Searching for the Key to New Zealand’s Recovery

By Chayut Setboonsarng

Air New Zealand plane on a rainy day. The airline has been cited as an example of successful mixed ownership, as New Zealand strives for economic recovery. Source: Abaconda's flickr photostream, used under a creative commons license.

Fresh off his election victory, New Zealand’s second-term prime minister, John Key, is getting back to work on fixing the country’s sluggish economy. The sale of state owned enterprises (SOEs) is a controversial plan that his National Party put forth in an effort to curb the government’s growing mountain of debt (currently $55.6 billion).

Key plans to sell minority stakes in four energy companies: Meridian Energy, Mighty River Power, Genesis Energy, and Solid Energy, and reduce the government’s stake in Air New Zealand. These divestments are expected to raise $4-5.5 billion. Some of the funds will be invested in modernizing schools as part of National’s Future Investment Fund. The sales are expected to take place within the next 12 months.

This proposal was strongly opposed by the Labour Party and even by National’s own coalition partner, the Maori Party. Although the goal of Labour and National are the same — fiscal consolidation by 2014-15 and stimulating economic growth — they are at loggerheads on how to achieve this goal and particularly over the sale of public assets.

To stimulate New Zealand’s economy, the government has eased monetary policy over the last few months. Interest rates were reduced half a percent in March to 2.5%, and the New Zealand dollar has fallen. However, as a center-right party, the Nationals do not have raising taxes in their fiscal toolbox nor can they incur more debt, both of which are in Labour’s playbook.

Former Labour party leader Phil Goff argued that by selling the SOEs, Key would cut dividend streams and $702 million in annual profits. Critics are also concerned that no investment prospectus was produced ahead of the recent elections and that details of the sales have not been scrutinized. Some worry that the cost of electricity could rise sharply if private shareholders adopt a strategy of urging the energy companies to limit supply and raise the price.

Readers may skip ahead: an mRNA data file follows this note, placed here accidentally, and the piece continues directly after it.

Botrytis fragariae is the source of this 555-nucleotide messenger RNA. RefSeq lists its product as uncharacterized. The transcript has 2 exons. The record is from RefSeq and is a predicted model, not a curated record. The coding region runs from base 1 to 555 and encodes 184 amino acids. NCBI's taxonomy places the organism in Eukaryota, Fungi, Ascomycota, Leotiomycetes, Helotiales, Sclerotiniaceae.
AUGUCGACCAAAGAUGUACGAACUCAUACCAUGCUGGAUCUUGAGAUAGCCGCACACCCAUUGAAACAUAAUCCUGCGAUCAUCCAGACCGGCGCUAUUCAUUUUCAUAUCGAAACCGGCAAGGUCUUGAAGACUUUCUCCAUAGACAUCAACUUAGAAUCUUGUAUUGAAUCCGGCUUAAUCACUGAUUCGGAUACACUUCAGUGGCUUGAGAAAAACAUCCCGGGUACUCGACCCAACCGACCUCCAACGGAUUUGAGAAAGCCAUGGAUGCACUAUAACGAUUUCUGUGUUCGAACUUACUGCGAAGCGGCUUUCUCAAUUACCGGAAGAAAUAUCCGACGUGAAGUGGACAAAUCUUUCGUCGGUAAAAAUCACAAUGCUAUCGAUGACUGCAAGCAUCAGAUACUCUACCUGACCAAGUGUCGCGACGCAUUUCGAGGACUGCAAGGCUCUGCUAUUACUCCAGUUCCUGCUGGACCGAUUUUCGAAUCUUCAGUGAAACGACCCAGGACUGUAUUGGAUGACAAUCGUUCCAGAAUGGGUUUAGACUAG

Prime Minister Key, a former international banker, downplayed these concerns and pledged that as the majority stakeholder, the government would not allow runaway prices. He also cited the example of Air New Zealand’s success under the mixed ownership model, arguing that private sector involvement could improve efficiency. But when confronted with the question of foreign buyers, he did not offer guarantees that the new shares being offered would not fall under foreign ownership.

The partial sale of these companies is not a return to Rogernomics, New Zealand’s period of intense restructuring and deregulation in the 1980s led by former finance minister Roger Douglas, but a measured response to budgetary stress. There are no quick fixes to structural economic problems. Even though Labour was praised for its capital gains tax policy and KiwiSaver pension program, the recent elections demonstrated that voters were adverse to taking on more debt, especially with a doomsday scenario building in Europe. In many countries in times of economic uncertainty, voters lean right and prefer fiscal conservatism — making last-ditch solutions an attractive option.

Chayut Setboonsarng is a recent graduate from the George Washington University Elliott School of International Affairs. He was credited as a researcher in the CSIS report “Pacific Partners: The Future of U.S.-New Zealand Relations.”

1 comment for “Searching for the Key to New Zealand’s Recovery

  1. Andrew Butcher
    December 8, 2011 at 21:15

    Thanks for this commentary. I would just want to raise a few factual errors. Until the Labour party elects a new leader, Phil Goff remains its leader. The government doesn’t set interest rates. The Reserve Bank, which is independent of the government, does, though within legislative parameters. The Maori Party was a coalition partner under the previous National-led government but is not (yet) a coalition partner under the current government, which technically has not yet been formed as coalition negotiations are still proceeding and the Prime Minister has yet to confirm to the Governor General that he has the numbers to form a stable government.

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